Film: Black Widow

One of the many things the pandemic has broken is my habit of racing out to theaters to catch the latest Marvel Cinematic Universe release. To be fair, the MCU itself has been doing its fair share to break me of the habit as well; the films’ relentless, unchanging formula has grown so monotonous that even us diehard Avengers fans have started to find it tiresome. While I often enjoy the parts these days, the films and TV shows ultimately reveal themselves to be less than the sum of them, despite often tickling the fancy of my inner comic geek. Even WandaVision, probably the most intriguingly different project Marvel has allowed itself to launch, ultimately revealed itself as a property conforming to the franchise’s comfortable parameters.

And so, belatedly, we come to Black Widow (2020), the long-overdue—indeed, almost too late—solo film for the Avengers’ first female member and its crucial supporting player for over a decade. Black Widow’s pandemic delays and box office drama couldn’t have happened to a less deserving character in the MCU, as far as I’m concerned; I’ve been advocating for this film since the early days. Now that we’ve finally gotten it, the result is, alas, a fairly familiar-looking contraption once again, although it does perfectly realize important elements.

A prequel set shortly after Captain America: Civil War, Black Widow begins with rogue Avenger Natasha Romanoff (Scarlet Johansson) on the run from the authorities for her violation of the Sokovia Accords. With the assistance of black market scrounger Rick Mason (O-T Fagbenle), she goes to ground in Norway to plan her next move. The arrival of a shipment of vials from her “sister” Yelena Belova (Florence Pugh), however, brings down an attack on her by an agent of the “Red Room,” a secret Russian organization of assassins masterminded by nefarious Russian spy Dreykov (Ray Winstone). Natasha tracks down Yelena in Budapest, where she learns the vials contain an antidote to the Red Room’s mind control hold over its assassins—which Yelena, after her separation from Natasha as a child, had become. Together the two of them team up to track down and destroy the Red Room, which requires gathering intelligence from two contentious allies: their former “parents,” Alexei (David Harbour) and Melina (Rachel Weisz).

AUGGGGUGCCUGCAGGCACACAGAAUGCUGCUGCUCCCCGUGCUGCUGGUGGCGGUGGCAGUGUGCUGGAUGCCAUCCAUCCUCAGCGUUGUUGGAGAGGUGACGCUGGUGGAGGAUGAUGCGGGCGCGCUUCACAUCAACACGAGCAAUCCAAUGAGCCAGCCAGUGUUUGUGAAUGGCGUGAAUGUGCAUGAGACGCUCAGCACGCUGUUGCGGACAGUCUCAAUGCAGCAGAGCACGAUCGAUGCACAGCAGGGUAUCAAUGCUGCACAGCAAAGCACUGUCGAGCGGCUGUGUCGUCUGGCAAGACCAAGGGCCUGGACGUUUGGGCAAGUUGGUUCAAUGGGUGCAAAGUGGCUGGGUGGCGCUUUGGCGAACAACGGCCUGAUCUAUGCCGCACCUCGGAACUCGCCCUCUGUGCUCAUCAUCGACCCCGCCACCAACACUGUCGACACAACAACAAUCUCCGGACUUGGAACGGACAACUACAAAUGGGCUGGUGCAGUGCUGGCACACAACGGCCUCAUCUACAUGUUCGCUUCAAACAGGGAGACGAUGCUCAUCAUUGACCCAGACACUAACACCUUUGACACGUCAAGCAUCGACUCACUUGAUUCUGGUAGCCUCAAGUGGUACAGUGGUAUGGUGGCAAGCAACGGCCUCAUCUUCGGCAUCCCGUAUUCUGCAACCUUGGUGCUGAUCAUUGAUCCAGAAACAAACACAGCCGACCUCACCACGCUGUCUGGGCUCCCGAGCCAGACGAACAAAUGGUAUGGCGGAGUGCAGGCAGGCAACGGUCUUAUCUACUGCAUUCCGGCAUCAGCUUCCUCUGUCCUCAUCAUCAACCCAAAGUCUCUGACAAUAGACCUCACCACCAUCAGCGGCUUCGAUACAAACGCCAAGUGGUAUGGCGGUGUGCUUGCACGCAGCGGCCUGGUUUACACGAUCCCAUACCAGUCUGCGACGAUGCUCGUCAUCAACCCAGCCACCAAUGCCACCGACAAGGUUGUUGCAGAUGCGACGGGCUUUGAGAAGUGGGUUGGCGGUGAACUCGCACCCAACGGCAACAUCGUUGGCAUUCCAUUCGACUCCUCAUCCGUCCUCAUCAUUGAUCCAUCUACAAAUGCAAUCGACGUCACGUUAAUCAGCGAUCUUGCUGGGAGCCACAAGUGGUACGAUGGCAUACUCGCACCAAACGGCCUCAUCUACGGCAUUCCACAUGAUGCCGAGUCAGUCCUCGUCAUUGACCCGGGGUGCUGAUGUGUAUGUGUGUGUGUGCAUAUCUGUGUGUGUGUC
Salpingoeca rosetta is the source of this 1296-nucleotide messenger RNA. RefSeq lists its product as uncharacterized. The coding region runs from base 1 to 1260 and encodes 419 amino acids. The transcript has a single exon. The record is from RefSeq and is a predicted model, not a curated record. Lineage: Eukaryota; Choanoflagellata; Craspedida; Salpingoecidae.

The plot is the usual hodge podge of world-saving action-adventure, and ultimately doesn’t warrant much critical scrutiny beyond its moderately interesting glimpse into Natasha’s origins, including the mysterious offhand “Budapest” references that stretch back to the original Avengers. The success of Black Widow, then, hinges on character, and it’s here the movie shines, framing a superhero/spy genre hybrid around Natasha in her relationships with the fake family of Ohio sleeper agents she briefly grew up with. Weisz is her usual dependable self as the resourceful mock matriarch, while Harbour provides effective comic relief as an aging, blowhard Russian super-soldier called Red Guardian. But it’s Florence Pugh who steels the film as Natasha’s droll, amusing sister Yelena. Pugh is exceptional, engaging and convincing enough in this universe to warrant developing into a next-gen Avenger. (Pugh’s participation in the upcoming Hawkeye series on Disney Plus should be a major asset; Hawkeye was my favorite Avenger growing up, and I suspect I’m pinning way too many hopes on it, but Pugh’s presence promises it a real boost.)

Does Black Widow possess the MCU’s usual blemishes? Absolutely. Once again, there’s a glut of collateral property damage, impossible physics, left-field fat jokes, and a sloppy, chaotic third act so busy filling the screen with spectacle that it ends up, ironically, being empty. It’s not precisely the Black Widow film I was craving, and that Marvel should have committed to, back in 2013 or so. But at least we finally got it, even if it will stand largely as a bittersweet swan song for Scarlett Johansson’s crucial participation in this remarkable phenomenon of a series.

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